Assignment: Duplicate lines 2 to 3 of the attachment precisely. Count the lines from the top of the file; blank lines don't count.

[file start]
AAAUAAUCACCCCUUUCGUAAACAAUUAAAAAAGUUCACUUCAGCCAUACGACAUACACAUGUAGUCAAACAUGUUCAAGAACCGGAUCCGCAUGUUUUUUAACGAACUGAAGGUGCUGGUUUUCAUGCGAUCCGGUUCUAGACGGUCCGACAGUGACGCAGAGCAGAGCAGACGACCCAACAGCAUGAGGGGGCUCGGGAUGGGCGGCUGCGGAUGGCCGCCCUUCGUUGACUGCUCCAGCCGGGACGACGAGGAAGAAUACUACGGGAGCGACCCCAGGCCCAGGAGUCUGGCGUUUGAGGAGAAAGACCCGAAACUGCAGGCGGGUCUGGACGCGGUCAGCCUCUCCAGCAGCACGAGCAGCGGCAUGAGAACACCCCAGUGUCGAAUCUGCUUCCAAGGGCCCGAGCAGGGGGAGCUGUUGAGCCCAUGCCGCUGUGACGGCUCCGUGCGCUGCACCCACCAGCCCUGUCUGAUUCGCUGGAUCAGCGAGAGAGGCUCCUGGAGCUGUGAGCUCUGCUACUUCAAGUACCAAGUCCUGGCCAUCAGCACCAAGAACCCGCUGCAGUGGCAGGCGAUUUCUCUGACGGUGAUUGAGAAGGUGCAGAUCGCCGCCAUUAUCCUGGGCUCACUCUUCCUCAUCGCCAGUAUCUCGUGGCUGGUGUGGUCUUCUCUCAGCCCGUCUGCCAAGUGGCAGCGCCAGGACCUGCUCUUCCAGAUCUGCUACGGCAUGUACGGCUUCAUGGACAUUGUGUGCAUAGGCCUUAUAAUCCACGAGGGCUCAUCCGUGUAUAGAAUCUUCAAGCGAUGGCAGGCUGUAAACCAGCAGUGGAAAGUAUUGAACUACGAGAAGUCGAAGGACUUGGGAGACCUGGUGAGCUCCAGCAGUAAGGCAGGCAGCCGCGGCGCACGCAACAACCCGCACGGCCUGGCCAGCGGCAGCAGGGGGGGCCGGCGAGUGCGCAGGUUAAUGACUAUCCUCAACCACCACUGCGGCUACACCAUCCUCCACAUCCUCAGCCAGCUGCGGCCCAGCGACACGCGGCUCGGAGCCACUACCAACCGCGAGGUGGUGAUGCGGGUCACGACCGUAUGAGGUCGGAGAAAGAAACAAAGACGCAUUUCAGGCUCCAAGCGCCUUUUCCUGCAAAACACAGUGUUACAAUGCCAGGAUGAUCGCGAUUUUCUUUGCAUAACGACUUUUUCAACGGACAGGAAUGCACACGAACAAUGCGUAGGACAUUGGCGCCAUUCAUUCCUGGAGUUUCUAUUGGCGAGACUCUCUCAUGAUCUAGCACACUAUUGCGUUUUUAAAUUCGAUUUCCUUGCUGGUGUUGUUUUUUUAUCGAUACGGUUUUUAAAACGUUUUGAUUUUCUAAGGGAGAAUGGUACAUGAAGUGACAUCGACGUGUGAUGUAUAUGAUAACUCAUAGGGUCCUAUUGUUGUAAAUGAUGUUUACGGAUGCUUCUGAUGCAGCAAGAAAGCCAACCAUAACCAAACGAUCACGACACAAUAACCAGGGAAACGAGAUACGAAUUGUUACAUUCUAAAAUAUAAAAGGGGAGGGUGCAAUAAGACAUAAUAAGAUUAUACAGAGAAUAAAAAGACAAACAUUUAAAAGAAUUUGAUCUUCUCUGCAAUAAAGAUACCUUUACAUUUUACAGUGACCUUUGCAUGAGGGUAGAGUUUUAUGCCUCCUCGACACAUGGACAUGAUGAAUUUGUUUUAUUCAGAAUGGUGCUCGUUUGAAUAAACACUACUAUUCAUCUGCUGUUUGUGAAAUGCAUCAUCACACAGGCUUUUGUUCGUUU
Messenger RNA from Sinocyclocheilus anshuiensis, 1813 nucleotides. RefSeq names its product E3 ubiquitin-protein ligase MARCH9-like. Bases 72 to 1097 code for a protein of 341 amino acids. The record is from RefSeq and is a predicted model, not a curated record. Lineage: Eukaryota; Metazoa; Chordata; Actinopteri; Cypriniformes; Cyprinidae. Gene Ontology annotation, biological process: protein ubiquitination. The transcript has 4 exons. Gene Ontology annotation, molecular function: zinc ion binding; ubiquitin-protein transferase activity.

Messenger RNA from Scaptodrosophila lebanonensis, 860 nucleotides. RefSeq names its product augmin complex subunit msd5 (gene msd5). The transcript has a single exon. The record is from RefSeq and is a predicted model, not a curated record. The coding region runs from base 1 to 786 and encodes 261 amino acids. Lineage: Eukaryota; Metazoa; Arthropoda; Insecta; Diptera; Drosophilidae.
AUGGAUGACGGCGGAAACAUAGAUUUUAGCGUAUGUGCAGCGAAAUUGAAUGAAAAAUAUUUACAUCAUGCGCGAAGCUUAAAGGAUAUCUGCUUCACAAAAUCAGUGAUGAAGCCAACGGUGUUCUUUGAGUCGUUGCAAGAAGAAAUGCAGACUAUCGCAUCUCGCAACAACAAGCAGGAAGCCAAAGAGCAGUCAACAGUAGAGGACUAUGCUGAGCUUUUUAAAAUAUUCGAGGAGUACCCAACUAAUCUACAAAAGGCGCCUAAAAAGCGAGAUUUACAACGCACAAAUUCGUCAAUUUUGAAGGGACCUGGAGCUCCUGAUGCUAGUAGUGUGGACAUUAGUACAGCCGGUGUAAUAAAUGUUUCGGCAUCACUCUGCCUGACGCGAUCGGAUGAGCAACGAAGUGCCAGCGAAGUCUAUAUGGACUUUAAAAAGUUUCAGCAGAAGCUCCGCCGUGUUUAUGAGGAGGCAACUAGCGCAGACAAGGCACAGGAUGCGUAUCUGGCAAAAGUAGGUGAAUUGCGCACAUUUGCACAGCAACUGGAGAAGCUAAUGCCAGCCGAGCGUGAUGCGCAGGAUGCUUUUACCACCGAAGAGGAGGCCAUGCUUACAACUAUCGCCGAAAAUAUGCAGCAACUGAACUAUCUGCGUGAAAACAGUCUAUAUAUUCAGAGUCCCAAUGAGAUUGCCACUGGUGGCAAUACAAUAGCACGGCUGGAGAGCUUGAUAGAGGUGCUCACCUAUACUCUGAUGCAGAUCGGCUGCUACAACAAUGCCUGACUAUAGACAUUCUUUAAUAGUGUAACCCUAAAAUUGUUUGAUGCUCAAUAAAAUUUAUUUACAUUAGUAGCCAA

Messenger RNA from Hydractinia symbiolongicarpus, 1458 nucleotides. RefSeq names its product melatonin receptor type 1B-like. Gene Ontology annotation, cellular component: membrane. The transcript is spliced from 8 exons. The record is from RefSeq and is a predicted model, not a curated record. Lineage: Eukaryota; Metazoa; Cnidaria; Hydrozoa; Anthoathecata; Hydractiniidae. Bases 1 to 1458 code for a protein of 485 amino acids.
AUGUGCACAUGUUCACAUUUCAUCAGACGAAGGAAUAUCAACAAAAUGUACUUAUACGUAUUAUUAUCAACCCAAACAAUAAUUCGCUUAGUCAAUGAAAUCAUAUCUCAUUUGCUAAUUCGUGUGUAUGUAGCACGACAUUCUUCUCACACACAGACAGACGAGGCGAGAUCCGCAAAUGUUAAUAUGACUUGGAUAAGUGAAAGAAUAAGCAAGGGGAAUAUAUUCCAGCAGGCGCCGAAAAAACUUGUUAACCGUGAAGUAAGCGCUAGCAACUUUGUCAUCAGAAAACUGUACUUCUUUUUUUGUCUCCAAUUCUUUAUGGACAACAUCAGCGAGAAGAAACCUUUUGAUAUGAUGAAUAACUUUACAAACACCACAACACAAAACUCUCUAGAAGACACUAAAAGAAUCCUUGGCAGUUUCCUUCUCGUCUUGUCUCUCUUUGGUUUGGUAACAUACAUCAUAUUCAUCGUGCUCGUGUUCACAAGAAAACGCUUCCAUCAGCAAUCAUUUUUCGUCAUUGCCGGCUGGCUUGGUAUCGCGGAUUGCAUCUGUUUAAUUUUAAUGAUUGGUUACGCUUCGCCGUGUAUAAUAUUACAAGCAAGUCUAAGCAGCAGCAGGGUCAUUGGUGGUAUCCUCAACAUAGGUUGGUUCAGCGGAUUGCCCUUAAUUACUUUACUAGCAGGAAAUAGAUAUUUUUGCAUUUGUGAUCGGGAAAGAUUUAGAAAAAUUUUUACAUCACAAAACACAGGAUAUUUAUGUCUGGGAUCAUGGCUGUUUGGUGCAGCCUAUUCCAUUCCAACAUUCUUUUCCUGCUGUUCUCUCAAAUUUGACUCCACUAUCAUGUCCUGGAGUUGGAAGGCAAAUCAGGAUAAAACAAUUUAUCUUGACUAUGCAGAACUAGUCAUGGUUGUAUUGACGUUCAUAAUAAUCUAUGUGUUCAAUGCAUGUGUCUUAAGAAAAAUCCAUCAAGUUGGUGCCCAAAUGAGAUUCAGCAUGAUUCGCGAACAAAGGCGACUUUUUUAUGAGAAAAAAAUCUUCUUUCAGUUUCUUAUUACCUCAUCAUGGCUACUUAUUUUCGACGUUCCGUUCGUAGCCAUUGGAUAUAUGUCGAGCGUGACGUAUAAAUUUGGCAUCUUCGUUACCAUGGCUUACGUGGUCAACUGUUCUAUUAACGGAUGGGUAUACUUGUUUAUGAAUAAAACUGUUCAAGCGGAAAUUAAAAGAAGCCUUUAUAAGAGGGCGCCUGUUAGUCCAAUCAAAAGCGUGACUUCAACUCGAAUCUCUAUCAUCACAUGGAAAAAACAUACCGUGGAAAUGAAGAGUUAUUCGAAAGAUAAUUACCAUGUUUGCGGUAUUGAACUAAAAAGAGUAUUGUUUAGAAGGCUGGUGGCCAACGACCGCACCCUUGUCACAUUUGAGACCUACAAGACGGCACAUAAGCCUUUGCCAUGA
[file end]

Messenger RNA from Sinocyclocheilus anshuiensis, 1813 nucleotides. RefSeq names its product E3 ubiquitin-protein ligase MARCH9-like. Bases 72 to 1097 code for a protein of 341 amino acids. The record is from RefSeq and is a predicted model, not a curated record. Lineage: Eukaryota; Metazoa; Chordata; Actinopteri; Cypriniformes; Cyprinidae. Gene Ontology annotation, biological process: protein ubiquitination. The transcript has 4 exons. Gene Ontology annotation, molecular function: zinc ion binding; ubiquitin-protein transferase activity.

Messenger RNA from Scaptodrosophila lebanonensis, 860 nucleotides. RefSeq names its product augmin complex subunit msd5 (gene msd5). The transcript has a single exon. The record is from RefSeq and is a predicted model, not a curated record. The coding region runs from base 1 to 786 and encodes 261 amino acids. Lineage: Eukaryota; Metazoa; Arthropoda; Insecta; Diptera; Drosophilidae.